"When I think about changes in diet over time, I don't think the change was linear," Pobiner says. In many ways, the changes have been more about broadening the diet rather than progressing from vegetarian to meat eater, she explains. "Humans are omnivores," she says. "We've always been omnivores."

Even at Kanjera, with its impressive accumulation of butchered bones, meat wasn't the only food on offer. Analyses of the cutting edges of a sample of stone tools from the site revealed that most of the implements exhibit wear patterns characteristic of tools that have been used in experiments to chop herbaceous plants and their underground storage organs — those tubers, bulbs, roots and rhizomes that plants produce to store carbohydrates. A smaller proportion showed signs of animal-tissue processing.

“Humans are omnivores. We’ve always been omnivores.”

Briana Pobiner

As much as the evolution of meat eating is a focus of her work, Pobiner says, "that doesn't mean that I think that it was ever the most significant component of early human diets."

It's possible that early humans were target­­ing fat rather than meat when they first started butchering animals. Jessica Thompson of Yale University and her colleagues argue that before hominins invented stone tools suitable for hunting large animals, they may have used simpler implements to scavenge abandoned carcasses for their nutritious marrow and brains. Lean meat such as that from wild animals is energetically expensive to metabolize, and in the absence of fat in the diet, it can cause protein poisoning and other ills. Smashing scavenged bones to get to the marrow could have produced the extra nutrients needed to fuel brain growth before our ancestors developed the more complex technology needed for hunting.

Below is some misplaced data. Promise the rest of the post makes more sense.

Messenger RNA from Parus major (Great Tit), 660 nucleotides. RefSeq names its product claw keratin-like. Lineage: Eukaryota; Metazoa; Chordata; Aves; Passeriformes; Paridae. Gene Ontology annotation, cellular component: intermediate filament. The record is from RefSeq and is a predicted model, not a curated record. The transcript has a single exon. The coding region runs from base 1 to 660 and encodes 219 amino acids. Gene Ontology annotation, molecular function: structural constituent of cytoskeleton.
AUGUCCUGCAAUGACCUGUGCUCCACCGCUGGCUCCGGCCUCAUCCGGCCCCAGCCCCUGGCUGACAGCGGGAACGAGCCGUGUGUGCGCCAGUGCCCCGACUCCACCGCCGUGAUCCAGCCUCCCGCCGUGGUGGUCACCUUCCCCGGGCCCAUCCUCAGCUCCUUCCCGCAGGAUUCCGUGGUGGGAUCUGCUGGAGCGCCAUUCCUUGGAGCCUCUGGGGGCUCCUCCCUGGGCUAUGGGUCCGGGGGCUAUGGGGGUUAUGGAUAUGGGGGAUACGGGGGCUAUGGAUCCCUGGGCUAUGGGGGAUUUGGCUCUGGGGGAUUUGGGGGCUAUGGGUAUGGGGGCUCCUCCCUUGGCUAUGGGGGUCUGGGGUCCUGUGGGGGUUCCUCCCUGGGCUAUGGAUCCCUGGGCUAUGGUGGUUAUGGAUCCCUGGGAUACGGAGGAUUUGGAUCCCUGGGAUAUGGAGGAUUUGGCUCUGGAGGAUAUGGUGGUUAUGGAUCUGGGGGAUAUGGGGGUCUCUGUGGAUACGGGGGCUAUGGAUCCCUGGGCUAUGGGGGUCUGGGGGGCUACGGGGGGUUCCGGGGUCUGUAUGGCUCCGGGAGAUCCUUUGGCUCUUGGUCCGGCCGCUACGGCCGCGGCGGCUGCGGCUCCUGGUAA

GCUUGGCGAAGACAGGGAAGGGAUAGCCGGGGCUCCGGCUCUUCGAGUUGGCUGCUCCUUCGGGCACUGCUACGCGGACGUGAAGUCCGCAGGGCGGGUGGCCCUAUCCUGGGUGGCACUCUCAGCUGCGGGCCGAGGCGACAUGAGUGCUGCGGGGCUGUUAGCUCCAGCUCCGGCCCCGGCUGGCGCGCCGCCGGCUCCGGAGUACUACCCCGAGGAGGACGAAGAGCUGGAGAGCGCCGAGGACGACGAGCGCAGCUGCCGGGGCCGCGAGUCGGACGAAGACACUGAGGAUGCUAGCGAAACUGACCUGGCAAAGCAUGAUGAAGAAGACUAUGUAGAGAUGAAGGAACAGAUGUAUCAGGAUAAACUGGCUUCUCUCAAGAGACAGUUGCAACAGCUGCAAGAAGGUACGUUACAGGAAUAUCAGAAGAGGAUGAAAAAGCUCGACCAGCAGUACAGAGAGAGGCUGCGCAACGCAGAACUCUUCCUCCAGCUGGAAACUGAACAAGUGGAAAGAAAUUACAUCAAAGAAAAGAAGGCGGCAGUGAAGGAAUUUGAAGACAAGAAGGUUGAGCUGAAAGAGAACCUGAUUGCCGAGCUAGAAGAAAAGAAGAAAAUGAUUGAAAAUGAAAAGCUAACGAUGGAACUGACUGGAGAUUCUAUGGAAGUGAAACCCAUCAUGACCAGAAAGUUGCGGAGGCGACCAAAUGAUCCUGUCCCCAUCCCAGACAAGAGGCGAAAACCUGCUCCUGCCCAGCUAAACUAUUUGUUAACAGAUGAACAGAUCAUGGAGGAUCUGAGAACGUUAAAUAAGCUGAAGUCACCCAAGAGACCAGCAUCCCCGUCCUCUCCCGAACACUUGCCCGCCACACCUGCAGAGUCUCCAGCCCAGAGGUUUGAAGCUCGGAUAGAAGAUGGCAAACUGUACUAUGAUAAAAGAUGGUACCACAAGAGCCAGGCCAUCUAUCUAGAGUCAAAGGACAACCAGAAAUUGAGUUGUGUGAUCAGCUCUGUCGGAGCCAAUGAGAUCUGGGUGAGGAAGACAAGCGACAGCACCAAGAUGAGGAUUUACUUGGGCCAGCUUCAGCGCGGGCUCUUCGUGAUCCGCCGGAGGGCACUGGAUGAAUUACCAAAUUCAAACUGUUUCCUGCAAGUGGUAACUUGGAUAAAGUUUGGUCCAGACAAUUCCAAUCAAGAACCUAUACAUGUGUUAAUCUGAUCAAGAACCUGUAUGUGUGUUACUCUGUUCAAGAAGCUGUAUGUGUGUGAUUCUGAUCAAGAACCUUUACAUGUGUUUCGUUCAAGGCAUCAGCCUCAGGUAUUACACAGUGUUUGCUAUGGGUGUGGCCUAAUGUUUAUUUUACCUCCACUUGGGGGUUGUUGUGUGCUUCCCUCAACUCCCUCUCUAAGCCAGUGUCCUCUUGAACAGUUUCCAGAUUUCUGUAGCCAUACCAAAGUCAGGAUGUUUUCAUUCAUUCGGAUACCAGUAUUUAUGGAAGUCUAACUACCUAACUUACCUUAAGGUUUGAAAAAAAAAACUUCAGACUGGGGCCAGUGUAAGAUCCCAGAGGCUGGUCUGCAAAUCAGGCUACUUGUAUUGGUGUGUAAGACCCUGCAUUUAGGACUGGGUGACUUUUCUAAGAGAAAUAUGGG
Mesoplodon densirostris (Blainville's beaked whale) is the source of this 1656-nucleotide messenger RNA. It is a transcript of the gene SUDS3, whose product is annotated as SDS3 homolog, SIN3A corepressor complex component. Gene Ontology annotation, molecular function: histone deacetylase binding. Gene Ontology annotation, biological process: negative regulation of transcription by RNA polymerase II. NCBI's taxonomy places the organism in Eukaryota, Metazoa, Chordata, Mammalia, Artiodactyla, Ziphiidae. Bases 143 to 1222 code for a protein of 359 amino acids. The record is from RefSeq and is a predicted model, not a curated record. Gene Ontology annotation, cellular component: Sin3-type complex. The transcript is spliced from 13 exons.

The fat and meat of terrestrial mammals weren't the only pos­sible source of extra calories for hungry hominins. Fish, shellfish, and other aquatic animals and plants sustained our forebears who lived near rivers, lakes and oceans. As early as 1.95 million years ago, Homo was exploiting fish and turtles, among other aquatic foods, in Kenya's Turkana Basin.

Our ancestors may have also wrung more calories from plant and animal foods by cooking them. Richard Wrangham of Harvard University has proposed that cooking, which makes food easier to chew and digest, may have provided Homo with the extra fuel needed to power a bigger brain. In 2022 researchers announced that they had found remains of fish that may have been cooked with controlled heat 780,000 years ago at the site of Gesher Benot Ya'aqov in Israel.

There is another place where scientists can look for clues to what early humans ate: their teeth. When researchers analyzed the tartar preserved in the stained teeth of two Australopithecus sediba individuals from South Africa, they found microscopic bits of silica from plants these hominins ate nearly two million years ago, including bark, leaves, sedges and grasses.

A close-up photo of teeth in a human skull

Ancient teeth can provide clues into what early humans and hominins ate, and these too point to an omnivorous diet. (Image credit: Drbouz via Getty Images)

Even the Neandertals, our burly cousins who ruled Eurasia for hundreds of thousands of years and are known for having been skilled big-game hunters, consumed plants. Amanda Henry of Leiden University in the Netherlands and her colleagues found traces of legumes, dates and wild barley in the tartar on their fossilized teeth. And researchers led by Karen Hardy of the University of Glasgow discovered roasted starch granules in Neandertal teeth, in­dicating that they ate cooked vegetables. Some Neandertals might have even forgone animal flesh entirely: in a study co-led by Laura Weyrich of Pennsylvania State University, analyses of DNA preserved in the tartar of Neandertals found in El Sidrón cave in Spain turned up traces of pine nuts, moss and mushrooms — and no meat whatsoever.